So, "worrying keeps me safe" is an example of a positive metacognitive belief, and there's also negative metacognitive [00:05:00] beliefs. For example, "I cannot change," or "I cannot control my thoughts," they're negative beliefs about our mind. Again, the idea that worrying keeps me safe can perpetuate our anxious thoughts because we think it's useful, when we think we can't change and we can't control the thoughts in our mind, again, that's gonna cause us not to engage in therapy, because we think, "What's the point? We're stuck like this, we can never [00:05:30] change our thoughts." 

So the idea of metacognitive therapy is to challenge these beliefs, both the positive and the negative ones, because it all contributes to maintaining our anxiety, and then once we've got rid of these beliefs, we can then attack the beliefs themselves, and be much more successful about, because now we believe that it's going to work, and it's going to be beneficial for us.

MCT compared with CBT

Let's compare CBT to [00:06:00] metacognitive therapy, and let's use a party example again. In CBT, cognitive behavioural therapy, we would look at why we were anxious about going to a party, and the belief would usually be something like, "I'm worried that I will make a fool out of myself, and humiliate myself, because that would really be embarrassing, and my friends will all laugh at me, and they'll never [00:06:30] invite me back to their party again, and I'll have no friends, and I'll die alone." That's a typical fear that we might have in going into a social situation. 

If we look at this from a CBT lens, then what we would do, we would challenge this idea, "Will we humiliate ourselves?" Well, it's possible, but it's very unlikely. We've been to a lot of parties, and maybe we humiliated ourselves once, but [00:07:00] it really doesn't happen that often, so we can say, "Well, the idea that it will happen is, that's a false belief because it's unlikely to happen," and the other way we could challenge that would be to look at the social consequences, to say, "Well, even if we did humiliate ourselves, everyone would have a laugh, we'd remember it forever, but actually our friends would have forgotten about it two weeks later when someone else did something funny, and they move on to that. Actually, the social consequences of doing something embarrassing are not that bad."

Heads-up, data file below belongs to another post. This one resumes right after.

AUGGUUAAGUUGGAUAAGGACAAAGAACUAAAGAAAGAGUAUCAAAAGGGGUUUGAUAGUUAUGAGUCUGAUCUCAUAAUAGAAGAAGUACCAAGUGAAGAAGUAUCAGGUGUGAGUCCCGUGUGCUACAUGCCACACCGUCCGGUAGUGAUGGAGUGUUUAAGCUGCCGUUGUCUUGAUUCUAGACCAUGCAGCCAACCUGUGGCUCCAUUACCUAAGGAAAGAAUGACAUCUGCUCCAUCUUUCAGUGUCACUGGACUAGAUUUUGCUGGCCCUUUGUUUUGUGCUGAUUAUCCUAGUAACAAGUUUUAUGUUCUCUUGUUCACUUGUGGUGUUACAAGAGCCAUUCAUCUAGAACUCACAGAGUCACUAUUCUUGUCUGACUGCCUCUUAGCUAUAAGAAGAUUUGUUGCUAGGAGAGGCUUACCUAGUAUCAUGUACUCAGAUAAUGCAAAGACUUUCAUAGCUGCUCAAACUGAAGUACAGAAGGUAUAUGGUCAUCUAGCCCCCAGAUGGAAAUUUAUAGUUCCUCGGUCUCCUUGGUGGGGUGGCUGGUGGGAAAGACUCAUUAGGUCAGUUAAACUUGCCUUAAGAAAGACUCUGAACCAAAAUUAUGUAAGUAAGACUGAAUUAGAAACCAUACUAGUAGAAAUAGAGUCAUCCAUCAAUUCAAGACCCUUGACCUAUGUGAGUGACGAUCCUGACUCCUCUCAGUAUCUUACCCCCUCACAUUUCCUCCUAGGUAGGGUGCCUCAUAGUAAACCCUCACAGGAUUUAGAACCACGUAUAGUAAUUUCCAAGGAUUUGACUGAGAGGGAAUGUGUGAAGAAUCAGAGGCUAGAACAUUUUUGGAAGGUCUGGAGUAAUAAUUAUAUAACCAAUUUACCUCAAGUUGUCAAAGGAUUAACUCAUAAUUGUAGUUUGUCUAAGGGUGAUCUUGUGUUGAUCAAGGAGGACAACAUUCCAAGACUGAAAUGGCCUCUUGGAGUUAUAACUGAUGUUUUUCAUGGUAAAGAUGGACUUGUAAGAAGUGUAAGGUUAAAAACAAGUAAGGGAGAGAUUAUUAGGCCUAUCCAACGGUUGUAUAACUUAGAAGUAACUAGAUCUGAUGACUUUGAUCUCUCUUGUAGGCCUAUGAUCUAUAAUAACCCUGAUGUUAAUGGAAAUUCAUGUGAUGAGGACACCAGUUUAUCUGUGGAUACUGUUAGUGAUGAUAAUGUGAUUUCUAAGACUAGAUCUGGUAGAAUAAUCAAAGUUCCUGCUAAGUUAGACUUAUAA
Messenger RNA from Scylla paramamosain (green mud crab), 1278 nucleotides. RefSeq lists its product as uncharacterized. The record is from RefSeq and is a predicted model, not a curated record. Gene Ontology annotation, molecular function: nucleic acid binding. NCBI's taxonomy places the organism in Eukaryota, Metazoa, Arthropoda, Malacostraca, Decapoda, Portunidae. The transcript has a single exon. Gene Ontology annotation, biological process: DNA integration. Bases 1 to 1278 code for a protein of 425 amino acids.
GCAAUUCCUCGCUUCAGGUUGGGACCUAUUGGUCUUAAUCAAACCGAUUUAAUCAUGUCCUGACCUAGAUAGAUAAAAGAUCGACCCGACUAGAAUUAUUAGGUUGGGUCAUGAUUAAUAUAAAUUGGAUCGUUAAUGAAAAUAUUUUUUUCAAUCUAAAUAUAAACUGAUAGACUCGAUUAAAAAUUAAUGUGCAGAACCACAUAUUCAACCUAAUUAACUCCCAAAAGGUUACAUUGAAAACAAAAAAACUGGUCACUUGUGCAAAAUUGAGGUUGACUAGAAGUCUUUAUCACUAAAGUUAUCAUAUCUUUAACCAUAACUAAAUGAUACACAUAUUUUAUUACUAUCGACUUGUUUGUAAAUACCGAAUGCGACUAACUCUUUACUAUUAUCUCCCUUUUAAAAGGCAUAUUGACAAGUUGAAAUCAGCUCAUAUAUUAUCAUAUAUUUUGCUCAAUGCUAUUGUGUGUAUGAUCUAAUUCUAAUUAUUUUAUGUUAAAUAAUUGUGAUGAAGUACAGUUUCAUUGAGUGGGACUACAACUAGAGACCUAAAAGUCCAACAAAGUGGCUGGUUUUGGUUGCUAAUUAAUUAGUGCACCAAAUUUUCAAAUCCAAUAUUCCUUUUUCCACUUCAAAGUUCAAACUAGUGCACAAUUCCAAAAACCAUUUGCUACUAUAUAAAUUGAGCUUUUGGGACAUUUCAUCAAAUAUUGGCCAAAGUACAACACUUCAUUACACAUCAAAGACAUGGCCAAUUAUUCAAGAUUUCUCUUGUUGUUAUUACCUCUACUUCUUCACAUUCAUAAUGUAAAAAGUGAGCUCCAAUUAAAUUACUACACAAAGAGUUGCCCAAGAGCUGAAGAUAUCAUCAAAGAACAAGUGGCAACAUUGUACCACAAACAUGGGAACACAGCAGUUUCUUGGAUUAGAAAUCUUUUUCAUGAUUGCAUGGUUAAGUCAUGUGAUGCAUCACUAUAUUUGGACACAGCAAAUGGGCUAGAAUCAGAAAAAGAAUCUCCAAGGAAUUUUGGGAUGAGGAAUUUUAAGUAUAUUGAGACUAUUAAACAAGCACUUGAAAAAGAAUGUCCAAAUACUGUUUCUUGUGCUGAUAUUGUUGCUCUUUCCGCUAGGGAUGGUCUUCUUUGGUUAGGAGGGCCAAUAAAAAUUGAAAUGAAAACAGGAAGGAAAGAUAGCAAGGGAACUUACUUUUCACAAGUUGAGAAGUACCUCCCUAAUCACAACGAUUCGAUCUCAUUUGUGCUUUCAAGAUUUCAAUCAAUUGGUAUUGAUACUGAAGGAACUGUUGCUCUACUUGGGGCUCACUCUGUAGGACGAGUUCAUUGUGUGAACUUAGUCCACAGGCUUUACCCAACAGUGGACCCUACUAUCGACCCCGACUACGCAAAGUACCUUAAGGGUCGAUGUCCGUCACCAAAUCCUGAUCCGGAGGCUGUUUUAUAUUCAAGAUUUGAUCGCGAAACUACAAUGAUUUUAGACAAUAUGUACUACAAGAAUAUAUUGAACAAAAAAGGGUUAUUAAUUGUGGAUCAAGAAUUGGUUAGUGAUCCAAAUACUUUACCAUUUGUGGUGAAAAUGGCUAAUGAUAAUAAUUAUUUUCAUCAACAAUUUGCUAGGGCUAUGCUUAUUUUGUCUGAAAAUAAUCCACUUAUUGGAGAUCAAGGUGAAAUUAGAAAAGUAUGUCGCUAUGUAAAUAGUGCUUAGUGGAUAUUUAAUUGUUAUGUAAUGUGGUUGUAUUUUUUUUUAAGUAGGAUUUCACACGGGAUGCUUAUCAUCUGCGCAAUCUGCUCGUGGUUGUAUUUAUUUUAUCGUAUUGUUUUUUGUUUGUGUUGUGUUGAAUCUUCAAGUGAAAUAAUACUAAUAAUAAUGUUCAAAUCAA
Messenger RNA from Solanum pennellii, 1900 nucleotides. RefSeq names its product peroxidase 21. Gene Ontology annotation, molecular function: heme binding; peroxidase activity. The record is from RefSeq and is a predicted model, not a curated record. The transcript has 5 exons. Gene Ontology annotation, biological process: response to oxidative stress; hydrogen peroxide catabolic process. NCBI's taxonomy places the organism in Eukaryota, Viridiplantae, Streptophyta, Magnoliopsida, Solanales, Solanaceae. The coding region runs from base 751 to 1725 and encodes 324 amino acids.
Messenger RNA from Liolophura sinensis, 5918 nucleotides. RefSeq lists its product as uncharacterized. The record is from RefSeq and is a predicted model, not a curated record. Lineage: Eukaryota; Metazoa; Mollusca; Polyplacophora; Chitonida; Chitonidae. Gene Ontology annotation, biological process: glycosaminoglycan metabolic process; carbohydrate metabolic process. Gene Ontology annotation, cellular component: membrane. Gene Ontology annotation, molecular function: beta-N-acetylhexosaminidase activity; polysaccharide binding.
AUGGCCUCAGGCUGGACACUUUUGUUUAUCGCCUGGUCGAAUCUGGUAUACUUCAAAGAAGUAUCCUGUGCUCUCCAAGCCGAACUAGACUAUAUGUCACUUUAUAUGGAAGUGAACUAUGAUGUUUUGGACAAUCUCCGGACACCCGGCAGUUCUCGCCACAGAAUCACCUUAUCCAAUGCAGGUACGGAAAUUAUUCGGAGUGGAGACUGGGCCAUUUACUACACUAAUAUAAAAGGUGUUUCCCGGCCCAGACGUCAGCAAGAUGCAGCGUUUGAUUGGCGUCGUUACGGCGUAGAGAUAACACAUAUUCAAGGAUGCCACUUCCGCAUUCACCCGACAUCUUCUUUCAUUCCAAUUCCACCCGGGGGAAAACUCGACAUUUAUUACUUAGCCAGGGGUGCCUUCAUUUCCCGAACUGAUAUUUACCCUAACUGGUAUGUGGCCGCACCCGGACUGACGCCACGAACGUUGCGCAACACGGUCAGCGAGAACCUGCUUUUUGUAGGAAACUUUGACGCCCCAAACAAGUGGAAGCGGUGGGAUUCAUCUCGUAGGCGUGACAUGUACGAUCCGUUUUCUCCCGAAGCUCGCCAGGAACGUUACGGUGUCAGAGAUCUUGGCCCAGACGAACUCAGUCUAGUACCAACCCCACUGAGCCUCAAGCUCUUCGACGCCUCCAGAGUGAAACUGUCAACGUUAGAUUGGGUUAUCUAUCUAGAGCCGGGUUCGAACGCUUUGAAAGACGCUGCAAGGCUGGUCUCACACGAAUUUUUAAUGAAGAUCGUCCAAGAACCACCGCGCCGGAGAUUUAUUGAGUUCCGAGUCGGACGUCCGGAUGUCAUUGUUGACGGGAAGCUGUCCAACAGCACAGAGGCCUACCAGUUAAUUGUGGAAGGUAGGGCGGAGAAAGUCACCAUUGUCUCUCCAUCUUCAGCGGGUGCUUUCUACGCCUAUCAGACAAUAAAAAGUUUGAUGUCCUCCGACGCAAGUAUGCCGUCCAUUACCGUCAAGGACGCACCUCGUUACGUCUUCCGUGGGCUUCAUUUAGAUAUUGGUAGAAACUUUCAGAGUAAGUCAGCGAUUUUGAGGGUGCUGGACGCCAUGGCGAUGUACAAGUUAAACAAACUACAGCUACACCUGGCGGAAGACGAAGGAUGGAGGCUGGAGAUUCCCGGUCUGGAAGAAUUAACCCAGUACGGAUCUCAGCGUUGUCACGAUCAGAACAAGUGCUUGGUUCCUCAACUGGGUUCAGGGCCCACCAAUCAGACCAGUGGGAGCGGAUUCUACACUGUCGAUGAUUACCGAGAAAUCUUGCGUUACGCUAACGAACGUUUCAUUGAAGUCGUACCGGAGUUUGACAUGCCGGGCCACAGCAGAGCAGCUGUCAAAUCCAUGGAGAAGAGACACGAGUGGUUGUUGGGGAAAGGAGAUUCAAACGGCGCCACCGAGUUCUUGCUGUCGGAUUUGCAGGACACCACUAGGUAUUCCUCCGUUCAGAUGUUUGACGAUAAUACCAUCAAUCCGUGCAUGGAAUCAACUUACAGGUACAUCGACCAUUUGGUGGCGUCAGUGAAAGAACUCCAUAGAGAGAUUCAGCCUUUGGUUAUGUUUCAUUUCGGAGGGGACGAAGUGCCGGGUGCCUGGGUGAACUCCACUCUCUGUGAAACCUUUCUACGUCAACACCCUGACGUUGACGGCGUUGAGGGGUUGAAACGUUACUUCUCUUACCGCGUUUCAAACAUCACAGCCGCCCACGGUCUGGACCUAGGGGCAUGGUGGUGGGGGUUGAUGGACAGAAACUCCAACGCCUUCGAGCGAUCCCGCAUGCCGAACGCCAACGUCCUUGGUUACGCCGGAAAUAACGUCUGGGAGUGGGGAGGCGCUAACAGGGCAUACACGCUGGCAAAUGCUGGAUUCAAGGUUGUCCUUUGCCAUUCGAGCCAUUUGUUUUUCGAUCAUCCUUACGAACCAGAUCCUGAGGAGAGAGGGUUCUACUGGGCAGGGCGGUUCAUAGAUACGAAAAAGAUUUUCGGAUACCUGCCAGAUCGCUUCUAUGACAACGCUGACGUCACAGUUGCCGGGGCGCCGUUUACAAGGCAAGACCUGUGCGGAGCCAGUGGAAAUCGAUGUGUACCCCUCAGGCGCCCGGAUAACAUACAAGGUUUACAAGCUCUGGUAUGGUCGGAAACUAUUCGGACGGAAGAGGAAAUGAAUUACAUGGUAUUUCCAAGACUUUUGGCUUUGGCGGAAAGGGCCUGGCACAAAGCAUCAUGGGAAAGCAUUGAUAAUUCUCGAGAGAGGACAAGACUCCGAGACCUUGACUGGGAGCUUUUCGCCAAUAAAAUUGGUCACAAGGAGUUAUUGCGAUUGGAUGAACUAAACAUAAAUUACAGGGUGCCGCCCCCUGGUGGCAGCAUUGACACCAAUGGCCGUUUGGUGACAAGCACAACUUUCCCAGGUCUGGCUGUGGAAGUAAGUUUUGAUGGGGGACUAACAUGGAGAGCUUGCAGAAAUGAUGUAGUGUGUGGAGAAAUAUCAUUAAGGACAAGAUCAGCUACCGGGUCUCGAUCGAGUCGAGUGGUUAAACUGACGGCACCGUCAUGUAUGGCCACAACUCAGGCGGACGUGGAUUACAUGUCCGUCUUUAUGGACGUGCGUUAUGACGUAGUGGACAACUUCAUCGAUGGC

[00:07:30] So that would be the cognitive side of the CBT, and then we'd go to the party, and we'd notice that we weren't humiliating ourselves, and then when we did do something embarrassing, people just overlooked it, and they didn't say anything, and they just forgot about it really quickly, and that would be how we would tackle that. 

Now if we switch that to a metacognitive lens, then we would challenge not the [00:08:00] beliefs themselves, but the beliefs we have about the beliefs, so we wouldn't even give the idea credit that we'd humiliate ourselves. We'd just say, "Well, why, why would we even give this thought some, some air time in our brain?" So we'd say things like, "Well, is it that useful to worry? Maybe all this worrying does help us stop us humiliate ourselves, but actually, it's not that bad. We've [00:08:30] dispelled the social consequences, so this worrying isn't really keeping us safe because there's no danger here."

Secondly, we could challenge the idea that we needed to keep worrying, because a lot of these times, we'll worry, and then we'll tell ourselves, "No, it's fine," and then we'll come back and do some more worrying later. We can challenge the idea that that worrying is useful, because we don't have any new information, the party's on Saturday, you've done some [00:09:00] worrying on Tuesday, and you've reminded yourself that this worrying isn't keeping you safe, and then on Wednesday, the worry comes back, it just pops into our mind, that happens a lot, it's annoying. At that point, one of the metacognitive techniques we could use was to say, "I have no new information from yesterday, so I wouldn't give this worrying any more time, because it's not productive, I can't make a better decision [00:09:30] based on new information, because there isn't new information, so based on that, I'm just gonna stick to the decision I made yesterday, and not give this worrying any air time."